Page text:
Ipswich: Former bank manager scoops Star’s business award
ONE former Ipswich bank manager is today setting his sights on new customers for his battlefield adventure business after scooping The Evening Star’s much-coveted Local Business Accelerators Award.
After a shoot-out for top spot against worthy runner-up Storm Recruitment Services of Ipswich, Graham Simons of Battlefield Live East Anglia emerged victorious.
Graham, who used to work as a bank manager at HSBC’s Museum Street branch in Ipswich, is delighted and believes the prize of free advertising will unlock new markets around the town.
The nationwide campaign, which was launched in October by nearly 500 regional and local newspapers across the country, is backed by Prime Minister David Cameron and Deborah Meaden from the hit TV show Dragons’ Den.
Under the scheme, around 1,500 firms between one and three years old will receive a total of �15million of free advertising to help boost their businesses during 2012.
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And one lucky business among the regional winners will receive the additional prize of mentoring support from Deborah Meaden.
“We are absolutely delighted about winning the competition and look forward to working with The Evening Star to promote our fledgling business. The Local Business Accelerators inititiative has all the hallmarks of a major boost for enterprise in these recessionary times,” said Graham.
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Battlefield Live is a concept, open to anyone from the age of seven to 70, brought over from Australia. Graham bought the equipment and set up his own company in 2009 with 20 gaming guns on a site at Wildtracks Outdoor activity centre at Newmarket. He now runs a series of four sites across Forestry Commission sites in East Anglia, including one at Rendlesham Forest, and is planning to open a fifth in Peterborough in the spring.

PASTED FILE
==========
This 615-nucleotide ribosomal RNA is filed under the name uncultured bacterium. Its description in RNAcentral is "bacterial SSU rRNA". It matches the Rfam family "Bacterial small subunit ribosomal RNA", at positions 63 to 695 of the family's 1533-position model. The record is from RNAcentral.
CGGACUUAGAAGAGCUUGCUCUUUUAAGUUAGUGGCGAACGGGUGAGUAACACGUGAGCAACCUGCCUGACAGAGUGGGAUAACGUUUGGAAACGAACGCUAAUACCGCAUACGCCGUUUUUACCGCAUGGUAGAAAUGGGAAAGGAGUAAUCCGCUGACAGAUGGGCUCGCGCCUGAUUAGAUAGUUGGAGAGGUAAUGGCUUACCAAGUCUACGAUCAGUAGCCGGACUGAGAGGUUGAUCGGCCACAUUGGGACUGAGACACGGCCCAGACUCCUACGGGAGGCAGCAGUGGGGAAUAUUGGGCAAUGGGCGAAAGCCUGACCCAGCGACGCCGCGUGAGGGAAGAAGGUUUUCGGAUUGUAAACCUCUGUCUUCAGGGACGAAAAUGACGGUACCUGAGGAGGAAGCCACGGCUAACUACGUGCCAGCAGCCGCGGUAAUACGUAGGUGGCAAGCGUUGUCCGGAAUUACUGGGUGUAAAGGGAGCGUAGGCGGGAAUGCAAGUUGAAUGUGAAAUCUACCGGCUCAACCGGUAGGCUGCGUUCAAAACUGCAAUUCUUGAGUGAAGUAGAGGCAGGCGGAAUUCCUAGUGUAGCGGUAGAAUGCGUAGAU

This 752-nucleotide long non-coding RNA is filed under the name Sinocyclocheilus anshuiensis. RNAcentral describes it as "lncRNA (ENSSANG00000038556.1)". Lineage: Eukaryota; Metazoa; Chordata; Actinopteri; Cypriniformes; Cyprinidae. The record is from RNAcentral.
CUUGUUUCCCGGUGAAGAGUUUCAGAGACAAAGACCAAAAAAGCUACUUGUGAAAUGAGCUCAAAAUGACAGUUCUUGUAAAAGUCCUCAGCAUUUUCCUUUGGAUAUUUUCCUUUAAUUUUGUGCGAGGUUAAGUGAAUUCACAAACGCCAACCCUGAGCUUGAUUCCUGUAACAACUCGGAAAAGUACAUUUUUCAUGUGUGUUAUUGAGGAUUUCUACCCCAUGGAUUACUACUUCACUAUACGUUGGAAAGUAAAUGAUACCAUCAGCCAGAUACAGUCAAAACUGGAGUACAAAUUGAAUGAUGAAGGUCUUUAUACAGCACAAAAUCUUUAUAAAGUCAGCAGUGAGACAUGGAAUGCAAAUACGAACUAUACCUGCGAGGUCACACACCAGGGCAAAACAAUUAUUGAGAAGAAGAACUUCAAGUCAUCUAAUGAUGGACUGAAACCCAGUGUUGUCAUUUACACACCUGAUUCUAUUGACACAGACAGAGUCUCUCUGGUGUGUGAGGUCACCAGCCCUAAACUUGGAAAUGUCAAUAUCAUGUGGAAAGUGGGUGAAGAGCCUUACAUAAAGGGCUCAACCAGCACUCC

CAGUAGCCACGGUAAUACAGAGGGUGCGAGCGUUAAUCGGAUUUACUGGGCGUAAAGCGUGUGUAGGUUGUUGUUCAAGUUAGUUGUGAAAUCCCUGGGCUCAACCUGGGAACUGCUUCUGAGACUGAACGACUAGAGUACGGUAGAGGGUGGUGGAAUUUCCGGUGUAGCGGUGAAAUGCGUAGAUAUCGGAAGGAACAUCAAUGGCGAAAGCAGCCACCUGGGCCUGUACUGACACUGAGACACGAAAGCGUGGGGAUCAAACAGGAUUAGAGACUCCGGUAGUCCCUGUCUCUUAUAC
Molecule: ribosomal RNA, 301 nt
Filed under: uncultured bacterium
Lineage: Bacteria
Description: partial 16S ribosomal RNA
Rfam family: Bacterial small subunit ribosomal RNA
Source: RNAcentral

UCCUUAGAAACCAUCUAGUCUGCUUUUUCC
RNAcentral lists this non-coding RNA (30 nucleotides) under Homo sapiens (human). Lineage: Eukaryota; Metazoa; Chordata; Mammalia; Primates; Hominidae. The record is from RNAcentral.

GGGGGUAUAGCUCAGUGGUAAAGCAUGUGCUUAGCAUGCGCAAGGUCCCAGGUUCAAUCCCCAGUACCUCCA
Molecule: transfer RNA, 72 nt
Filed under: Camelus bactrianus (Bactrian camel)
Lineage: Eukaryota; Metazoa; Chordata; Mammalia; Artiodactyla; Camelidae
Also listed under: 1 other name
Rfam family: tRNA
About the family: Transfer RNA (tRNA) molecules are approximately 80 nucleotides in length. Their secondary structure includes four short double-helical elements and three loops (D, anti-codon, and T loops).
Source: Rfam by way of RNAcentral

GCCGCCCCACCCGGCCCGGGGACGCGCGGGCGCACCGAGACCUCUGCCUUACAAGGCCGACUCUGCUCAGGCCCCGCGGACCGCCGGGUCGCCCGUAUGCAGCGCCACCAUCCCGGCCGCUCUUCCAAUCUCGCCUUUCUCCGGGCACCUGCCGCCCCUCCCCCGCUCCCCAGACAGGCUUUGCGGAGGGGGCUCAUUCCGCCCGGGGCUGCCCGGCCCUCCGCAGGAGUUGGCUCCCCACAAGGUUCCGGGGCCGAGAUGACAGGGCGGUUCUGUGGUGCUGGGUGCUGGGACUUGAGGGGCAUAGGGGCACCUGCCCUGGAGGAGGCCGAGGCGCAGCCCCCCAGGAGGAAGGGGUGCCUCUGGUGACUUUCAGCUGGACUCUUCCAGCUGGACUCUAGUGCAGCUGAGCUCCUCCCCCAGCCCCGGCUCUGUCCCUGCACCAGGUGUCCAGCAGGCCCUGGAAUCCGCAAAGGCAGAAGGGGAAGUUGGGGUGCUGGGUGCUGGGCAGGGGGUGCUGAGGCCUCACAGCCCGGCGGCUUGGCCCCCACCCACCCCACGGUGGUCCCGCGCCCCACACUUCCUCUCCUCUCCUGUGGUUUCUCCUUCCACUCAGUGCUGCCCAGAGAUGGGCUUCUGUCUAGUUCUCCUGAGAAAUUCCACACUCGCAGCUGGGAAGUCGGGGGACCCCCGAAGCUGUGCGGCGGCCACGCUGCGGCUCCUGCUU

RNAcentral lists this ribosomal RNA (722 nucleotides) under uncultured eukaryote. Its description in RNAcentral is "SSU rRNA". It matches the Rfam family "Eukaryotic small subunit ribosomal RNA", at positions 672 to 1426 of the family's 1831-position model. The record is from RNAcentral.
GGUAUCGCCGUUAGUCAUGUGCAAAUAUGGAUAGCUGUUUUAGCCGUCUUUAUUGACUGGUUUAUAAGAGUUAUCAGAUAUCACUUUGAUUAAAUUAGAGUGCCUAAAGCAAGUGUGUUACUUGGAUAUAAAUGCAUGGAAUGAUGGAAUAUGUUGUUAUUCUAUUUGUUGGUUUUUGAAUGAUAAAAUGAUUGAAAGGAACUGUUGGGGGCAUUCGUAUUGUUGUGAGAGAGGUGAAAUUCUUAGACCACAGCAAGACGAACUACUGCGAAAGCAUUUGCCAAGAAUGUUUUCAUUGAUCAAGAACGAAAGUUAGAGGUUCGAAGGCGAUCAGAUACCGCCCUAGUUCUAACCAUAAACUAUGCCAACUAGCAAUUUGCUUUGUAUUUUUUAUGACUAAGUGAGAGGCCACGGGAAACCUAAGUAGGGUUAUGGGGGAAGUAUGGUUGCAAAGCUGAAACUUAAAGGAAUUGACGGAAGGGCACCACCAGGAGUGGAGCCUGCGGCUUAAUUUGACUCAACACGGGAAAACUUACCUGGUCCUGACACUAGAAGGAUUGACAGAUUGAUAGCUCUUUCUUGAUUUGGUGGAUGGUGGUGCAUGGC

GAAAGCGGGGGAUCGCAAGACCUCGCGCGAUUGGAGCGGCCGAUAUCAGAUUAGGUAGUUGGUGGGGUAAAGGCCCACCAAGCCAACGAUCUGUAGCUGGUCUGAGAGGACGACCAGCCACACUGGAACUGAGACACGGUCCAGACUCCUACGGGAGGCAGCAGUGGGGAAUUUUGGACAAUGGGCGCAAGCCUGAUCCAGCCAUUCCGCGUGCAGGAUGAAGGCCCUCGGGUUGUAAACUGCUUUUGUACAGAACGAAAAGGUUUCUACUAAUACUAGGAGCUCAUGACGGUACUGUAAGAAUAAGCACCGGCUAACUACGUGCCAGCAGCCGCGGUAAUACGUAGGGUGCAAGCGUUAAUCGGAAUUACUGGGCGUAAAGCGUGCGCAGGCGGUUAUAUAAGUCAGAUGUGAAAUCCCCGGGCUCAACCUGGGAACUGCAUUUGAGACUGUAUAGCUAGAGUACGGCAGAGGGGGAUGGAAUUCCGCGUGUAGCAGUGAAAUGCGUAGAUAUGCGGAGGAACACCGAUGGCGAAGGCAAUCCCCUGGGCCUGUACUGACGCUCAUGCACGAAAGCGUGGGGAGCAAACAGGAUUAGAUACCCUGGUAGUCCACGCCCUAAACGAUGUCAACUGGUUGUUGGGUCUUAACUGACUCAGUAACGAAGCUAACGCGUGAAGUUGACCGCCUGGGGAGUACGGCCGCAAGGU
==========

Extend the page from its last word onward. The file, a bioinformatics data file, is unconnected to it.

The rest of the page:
Players are dressed in combat gear and equipped with computerised infra-red ‘guns’ which tell them when they have hit a target. They are split into teams and given a series of challenges.
“The idea is instead of sitting on a couch with thumbs only, let’s get out into the forest and have a great time with our friends,” explained the 55-year-old, who is a non-executive director of the West Suffolk Hospital in Bury St Edmunds and now lives at Great Barton.
Graham, who lived in Ipswich for about 20 years, said he sees newspaper advertising in the Star as a great way to get his message across.
“The thing for us if we were to go out into the high street in Ipswich and said what’s paint ball, most would know. Battlefield Live most wouldn’t know. Newspaper advertising can get that message over to explain what it is,” he said.
“This is exactly what we need to drive the business forward.”
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